“We don’t stop playing because we grow old; we grow old because we stop playing.” ~George Bernard Shaw
Earlier this week, I found myself in a pissing match with a disappointed buyer. The dress she received did not match her expectation; it was the wrong shade of beige. She expressed her disappointment aggressively, assuming the worst of us, already certain that she had been duped and was about to be cheated. Victimized as it were.
As an aside, I recently reacted the exact same way when confronted with an insurance claim, so I can’t be too self righteous. Mine, like hers, was an off-putting approach to resolving an issue that only existed in the imagination.
After hearing her aggrieved voice mail and reading her strongly worded email, I really didn’t feel the need to speak with her. I simply sent her a return merchandise authorization and instructions.
That wasn’t good enough for her. So I got another strongly worded email.
Thus started the internal conflict between my professional, adult, business person and my outraged, indignant, defensive inner child.
I have several child personalities.
Honey Bunch is my toddler self. Peter Pam is my six-year old. I call the hormones-out-of-control, angry-at-the-world teenager, who answers every criticism with “fuck you,” Little Dick.
Guess who showed up?
You know how it is when you start running it about someone who’s threatened you in some way and you can neither turn off the self talk nor turn the other cheek.
I started one nasty email after another to retort, respond, put her down, tell her off, give her a piece of my mind, shame her for a reaction that I felt was disproportionate to the offense and deleted every one.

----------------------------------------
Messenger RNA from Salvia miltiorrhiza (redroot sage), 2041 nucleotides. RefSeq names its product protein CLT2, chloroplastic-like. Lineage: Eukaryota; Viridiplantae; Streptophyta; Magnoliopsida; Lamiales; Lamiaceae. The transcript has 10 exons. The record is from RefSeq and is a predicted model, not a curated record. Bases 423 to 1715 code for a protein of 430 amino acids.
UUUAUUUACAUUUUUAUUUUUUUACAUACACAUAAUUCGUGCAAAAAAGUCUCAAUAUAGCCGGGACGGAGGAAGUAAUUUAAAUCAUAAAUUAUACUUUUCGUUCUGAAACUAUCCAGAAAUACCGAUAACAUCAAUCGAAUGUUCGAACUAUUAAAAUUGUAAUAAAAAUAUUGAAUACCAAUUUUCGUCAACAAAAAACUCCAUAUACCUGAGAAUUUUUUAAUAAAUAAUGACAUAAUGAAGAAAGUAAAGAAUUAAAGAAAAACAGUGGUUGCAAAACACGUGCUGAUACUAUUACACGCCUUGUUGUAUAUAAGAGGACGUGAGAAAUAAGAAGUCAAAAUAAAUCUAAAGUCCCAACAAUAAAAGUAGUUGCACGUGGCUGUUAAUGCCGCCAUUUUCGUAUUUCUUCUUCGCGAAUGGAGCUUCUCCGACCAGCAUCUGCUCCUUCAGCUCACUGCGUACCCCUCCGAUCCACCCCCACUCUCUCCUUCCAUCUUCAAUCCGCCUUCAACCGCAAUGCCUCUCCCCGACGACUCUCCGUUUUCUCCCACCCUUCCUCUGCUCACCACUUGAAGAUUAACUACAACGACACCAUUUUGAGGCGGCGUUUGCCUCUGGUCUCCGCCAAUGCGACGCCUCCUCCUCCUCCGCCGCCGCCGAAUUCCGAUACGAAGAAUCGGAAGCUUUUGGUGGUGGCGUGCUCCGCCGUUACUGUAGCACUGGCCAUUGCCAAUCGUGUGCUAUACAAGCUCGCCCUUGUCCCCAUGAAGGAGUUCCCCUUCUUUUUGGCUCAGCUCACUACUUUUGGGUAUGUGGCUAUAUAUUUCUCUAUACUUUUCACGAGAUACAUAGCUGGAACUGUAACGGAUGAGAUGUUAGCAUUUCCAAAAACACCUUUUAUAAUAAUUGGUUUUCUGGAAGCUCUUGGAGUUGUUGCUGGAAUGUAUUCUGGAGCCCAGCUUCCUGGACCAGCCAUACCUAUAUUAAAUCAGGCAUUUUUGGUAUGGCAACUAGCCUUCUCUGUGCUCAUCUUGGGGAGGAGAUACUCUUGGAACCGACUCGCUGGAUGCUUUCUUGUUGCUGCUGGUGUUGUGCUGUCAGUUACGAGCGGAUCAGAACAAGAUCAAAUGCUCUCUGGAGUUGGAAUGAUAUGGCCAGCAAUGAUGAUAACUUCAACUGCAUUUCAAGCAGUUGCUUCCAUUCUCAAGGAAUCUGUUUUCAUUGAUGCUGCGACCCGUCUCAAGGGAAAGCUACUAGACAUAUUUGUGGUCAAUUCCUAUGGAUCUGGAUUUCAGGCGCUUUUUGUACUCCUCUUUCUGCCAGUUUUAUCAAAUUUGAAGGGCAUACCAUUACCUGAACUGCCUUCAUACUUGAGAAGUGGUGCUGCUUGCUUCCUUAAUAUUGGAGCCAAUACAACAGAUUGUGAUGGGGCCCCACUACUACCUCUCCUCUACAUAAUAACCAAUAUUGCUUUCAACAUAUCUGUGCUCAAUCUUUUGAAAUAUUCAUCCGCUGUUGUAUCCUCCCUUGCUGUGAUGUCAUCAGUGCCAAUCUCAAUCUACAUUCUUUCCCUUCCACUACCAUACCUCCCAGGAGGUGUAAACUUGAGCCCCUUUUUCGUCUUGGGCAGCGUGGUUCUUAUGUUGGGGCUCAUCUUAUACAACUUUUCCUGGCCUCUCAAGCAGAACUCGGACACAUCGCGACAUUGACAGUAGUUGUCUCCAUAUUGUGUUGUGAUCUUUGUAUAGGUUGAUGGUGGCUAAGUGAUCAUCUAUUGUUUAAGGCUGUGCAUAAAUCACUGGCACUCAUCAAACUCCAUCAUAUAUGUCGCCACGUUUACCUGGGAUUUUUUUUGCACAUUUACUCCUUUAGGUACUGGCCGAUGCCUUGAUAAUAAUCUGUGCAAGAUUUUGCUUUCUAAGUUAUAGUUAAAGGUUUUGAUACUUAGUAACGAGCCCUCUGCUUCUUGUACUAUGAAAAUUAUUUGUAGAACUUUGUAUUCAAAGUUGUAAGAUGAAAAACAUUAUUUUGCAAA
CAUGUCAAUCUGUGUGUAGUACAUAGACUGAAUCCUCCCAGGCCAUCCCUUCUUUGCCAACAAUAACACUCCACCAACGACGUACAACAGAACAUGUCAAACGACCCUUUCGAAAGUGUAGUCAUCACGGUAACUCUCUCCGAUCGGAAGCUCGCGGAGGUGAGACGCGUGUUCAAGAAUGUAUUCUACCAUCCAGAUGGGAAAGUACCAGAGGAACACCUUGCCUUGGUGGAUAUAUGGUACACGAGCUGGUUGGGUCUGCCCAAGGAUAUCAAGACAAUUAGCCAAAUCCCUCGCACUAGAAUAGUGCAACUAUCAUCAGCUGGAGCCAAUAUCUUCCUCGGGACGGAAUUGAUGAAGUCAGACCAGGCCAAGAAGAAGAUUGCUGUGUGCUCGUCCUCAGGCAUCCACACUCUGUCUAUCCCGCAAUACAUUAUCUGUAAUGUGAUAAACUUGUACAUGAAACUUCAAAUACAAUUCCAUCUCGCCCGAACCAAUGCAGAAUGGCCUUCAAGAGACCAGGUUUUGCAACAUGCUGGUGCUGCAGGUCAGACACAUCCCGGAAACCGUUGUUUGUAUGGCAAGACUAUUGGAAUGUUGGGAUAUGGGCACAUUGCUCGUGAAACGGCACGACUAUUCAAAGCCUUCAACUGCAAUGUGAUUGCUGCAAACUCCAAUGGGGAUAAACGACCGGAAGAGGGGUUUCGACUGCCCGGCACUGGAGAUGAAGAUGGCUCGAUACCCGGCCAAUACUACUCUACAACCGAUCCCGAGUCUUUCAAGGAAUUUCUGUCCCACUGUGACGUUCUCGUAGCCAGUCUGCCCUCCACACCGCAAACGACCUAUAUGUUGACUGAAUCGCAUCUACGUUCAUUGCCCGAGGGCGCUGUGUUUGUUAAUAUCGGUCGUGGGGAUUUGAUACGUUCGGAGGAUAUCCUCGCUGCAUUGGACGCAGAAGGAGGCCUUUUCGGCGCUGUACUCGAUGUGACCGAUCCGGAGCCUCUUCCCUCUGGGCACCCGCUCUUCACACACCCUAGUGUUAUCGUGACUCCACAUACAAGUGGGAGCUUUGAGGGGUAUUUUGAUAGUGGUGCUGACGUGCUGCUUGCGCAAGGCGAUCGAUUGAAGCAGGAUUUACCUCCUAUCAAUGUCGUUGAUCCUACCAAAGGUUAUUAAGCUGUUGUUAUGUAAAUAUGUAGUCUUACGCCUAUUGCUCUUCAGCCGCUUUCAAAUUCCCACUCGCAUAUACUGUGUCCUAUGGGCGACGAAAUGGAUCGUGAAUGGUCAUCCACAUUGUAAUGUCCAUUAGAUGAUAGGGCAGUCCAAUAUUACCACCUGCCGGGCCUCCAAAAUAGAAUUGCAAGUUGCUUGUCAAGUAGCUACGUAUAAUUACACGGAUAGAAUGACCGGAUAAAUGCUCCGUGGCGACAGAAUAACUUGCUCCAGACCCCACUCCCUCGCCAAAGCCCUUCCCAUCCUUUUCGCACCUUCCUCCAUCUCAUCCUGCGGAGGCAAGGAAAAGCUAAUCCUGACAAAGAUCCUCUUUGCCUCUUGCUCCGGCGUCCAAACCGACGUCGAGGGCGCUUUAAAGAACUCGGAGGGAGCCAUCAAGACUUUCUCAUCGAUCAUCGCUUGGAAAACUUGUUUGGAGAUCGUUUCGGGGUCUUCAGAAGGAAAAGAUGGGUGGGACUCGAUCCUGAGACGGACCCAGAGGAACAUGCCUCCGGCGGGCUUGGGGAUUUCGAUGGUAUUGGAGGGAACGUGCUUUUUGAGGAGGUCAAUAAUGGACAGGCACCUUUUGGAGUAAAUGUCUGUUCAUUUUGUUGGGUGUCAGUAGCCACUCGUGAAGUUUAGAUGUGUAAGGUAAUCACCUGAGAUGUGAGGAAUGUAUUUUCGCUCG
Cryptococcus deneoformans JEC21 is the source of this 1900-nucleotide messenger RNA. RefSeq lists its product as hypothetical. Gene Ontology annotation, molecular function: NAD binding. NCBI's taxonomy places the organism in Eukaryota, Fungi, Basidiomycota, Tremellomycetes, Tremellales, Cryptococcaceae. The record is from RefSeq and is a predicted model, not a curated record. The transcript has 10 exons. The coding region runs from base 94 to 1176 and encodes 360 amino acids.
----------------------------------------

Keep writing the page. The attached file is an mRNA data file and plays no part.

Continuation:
I walked away from the computer a dozen times, each time coming back with the intention to respond humbly, graciously, killing her with kindness. I just could not summon it.
Finally, I googled her name and discovered that she is a child psychologist. WTF? Physician heal thyself. But this suddenly cleared up the ferocity of her communications: when was the last time you played with your inner child?
Then I realized it wasn’t her inner child who needed a hug and some fun.
This recent incident makes a contribution by Melissa Kirk to Tiny Buddha on 10 ways to make your life more playful so apropros
When we lose ourselves in play, whether creating a make-believe world, throwing a ball between friends, frolicking with our dog, or watching silly YouTube videos, we allow ourselves to get out of the linear, problem-solution, adult mindset.
We’re activating a part of our brains that we don’t use much in the grown-up world: the one that doesn’t care about deadlines or mortgages or how much we weigh, the one that doesn’t care how we look to others.
In the land of play, we make connections we wouldn’t normally make. We see things in new ways. Play can boost our creativity, heighten our mood, make us laugh, and can engage us in the world in ways that regular “adult” life often doesn’t.
And yes, once I pictured the scared little girl behind the bitchy woman who was demanding my attention, I was able to summon sufficient humility to put her fears to rest. And I stopped working for a while to be, play and laugh.
What are you doing for fun these days?